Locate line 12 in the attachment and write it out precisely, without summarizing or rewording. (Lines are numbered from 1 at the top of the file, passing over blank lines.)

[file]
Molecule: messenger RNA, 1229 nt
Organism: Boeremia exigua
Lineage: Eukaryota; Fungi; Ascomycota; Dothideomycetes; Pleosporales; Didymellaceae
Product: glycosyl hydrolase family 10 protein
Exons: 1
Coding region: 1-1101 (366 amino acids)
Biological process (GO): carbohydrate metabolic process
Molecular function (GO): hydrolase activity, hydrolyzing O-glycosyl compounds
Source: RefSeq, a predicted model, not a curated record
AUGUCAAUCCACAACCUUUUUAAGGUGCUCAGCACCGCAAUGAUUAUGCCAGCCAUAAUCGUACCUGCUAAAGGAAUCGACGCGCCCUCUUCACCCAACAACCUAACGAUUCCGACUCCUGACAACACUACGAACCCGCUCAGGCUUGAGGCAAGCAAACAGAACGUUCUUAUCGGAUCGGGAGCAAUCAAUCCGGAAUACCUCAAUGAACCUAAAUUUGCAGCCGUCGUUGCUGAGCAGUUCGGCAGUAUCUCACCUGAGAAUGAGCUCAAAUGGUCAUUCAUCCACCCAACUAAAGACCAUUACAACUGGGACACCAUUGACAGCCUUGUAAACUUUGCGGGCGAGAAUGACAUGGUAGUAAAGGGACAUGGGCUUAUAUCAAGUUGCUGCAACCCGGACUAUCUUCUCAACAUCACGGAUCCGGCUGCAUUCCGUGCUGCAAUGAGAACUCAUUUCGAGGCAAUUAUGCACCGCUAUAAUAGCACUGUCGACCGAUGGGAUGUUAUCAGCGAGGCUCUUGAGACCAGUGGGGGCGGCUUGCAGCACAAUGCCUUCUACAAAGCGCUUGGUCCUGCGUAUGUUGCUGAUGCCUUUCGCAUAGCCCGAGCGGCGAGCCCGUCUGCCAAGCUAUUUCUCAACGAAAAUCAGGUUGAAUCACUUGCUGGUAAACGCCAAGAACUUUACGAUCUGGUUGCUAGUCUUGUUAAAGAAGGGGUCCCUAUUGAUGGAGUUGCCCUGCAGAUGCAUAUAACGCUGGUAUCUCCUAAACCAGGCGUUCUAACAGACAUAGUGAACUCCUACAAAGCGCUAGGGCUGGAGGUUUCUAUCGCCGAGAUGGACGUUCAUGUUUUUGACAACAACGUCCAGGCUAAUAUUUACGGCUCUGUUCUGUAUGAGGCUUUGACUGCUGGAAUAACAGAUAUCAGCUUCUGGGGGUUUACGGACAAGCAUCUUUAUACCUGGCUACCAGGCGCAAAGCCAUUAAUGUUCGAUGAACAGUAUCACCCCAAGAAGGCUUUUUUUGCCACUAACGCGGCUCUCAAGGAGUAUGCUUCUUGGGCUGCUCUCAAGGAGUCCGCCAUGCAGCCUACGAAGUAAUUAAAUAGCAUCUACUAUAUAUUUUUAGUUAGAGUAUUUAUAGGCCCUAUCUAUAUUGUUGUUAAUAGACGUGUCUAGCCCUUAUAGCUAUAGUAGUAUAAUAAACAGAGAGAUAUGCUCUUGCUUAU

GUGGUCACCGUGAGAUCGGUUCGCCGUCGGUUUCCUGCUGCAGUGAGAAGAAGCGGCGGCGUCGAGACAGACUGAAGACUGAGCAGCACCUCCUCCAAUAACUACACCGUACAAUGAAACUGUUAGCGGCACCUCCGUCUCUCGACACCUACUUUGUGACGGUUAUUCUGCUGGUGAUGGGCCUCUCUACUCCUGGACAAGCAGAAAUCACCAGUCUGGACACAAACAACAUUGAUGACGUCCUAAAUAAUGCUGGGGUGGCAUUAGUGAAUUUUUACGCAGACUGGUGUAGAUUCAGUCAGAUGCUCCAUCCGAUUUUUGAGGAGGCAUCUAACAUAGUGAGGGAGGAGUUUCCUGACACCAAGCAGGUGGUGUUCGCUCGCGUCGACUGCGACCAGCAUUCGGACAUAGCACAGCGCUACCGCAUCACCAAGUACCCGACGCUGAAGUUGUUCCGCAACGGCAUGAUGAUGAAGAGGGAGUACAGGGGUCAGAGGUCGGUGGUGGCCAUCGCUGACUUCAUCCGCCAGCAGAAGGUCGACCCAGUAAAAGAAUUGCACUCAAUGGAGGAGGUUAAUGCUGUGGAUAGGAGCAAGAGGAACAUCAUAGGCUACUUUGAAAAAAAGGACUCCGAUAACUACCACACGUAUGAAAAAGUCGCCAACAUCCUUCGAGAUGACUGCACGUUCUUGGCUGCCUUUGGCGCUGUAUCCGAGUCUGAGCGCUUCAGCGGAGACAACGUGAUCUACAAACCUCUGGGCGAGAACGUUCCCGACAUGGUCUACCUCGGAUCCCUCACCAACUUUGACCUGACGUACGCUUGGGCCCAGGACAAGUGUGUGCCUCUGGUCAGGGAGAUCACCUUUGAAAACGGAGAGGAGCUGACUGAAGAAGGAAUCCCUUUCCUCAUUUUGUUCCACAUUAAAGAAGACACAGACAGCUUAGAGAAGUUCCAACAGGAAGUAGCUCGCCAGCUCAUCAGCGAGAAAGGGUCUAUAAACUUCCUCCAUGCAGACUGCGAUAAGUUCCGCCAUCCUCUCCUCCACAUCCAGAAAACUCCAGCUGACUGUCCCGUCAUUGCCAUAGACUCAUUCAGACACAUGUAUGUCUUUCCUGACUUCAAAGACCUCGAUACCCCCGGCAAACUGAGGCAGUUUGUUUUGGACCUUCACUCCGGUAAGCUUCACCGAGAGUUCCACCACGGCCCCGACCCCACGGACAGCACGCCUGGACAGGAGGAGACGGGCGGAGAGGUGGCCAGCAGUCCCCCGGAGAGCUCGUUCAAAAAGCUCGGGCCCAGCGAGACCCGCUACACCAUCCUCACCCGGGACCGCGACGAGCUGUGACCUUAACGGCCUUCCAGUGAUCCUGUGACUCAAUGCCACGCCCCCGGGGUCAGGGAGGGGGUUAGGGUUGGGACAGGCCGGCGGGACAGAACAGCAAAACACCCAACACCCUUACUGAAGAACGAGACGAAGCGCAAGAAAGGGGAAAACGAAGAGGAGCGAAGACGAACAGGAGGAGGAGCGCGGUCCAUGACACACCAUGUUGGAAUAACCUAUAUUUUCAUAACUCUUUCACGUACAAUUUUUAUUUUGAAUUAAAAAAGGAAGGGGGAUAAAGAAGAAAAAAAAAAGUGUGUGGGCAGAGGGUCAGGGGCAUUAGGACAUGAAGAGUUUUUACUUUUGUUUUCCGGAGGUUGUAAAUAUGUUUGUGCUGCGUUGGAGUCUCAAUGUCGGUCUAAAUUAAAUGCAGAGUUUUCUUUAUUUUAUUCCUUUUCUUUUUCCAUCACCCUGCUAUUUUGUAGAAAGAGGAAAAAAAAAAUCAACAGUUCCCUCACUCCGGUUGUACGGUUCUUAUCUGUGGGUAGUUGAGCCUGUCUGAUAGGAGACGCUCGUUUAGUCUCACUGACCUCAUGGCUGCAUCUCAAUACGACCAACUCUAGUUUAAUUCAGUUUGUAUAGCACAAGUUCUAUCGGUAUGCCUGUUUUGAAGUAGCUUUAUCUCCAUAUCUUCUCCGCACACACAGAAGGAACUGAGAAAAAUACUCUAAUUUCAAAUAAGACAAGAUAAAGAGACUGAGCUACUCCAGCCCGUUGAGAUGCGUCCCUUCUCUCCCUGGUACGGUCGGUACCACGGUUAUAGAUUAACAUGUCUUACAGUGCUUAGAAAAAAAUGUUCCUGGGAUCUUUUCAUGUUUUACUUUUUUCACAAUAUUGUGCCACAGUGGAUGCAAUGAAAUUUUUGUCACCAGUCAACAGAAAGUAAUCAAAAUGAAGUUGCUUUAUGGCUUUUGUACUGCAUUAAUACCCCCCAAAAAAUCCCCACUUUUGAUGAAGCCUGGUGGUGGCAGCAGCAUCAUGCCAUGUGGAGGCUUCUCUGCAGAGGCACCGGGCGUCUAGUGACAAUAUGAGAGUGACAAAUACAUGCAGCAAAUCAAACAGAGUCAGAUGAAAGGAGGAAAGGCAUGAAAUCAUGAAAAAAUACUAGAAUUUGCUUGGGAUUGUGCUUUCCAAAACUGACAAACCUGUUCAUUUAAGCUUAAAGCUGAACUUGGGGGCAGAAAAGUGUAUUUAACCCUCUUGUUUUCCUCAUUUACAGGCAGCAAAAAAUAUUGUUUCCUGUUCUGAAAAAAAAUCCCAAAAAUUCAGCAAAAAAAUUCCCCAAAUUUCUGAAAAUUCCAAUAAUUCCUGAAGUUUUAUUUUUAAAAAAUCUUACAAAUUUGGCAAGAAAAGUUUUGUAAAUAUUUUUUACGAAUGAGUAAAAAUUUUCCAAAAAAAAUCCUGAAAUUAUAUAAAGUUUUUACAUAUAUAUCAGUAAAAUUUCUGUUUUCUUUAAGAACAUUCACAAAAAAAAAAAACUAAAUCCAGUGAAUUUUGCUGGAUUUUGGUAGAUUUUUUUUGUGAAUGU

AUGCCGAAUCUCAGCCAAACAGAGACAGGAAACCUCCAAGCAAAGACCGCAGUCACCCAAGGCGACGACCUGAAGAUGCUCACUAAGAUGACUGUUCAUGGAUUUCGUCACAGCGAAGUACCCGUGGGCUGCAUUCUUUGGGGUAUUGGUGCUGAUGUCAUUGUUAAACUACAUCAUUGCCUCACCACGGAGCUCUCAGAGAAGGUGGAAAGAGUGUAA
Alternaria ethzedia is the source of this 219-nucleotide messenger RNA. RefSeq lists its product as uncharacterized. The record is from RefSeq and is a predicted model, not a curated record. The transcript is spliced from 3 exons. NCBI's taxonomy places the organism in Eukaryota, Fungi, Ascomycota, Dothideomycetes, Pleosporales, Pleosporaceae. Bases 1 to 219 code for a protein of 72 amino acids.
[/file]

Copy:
AUGCCGAAUCUCAGCCAAACAGAGACAGGAAACCUCCAAGCAAAGACCGCAGUCACCCAAGGCGACGACCUGAAGAUGCUCACUAAGAUGACUGUUCAUGGAUUUCGUCACAGCGAAGUACCCGUGGGCUGCAUUCUUUGGGGUAUUGGUGCUGAUGUCAUUGUUAAACUACAUCAUUGCCUCACCACGGAGCUCUCAGAGAAGGUGGAAAGAGUGUAA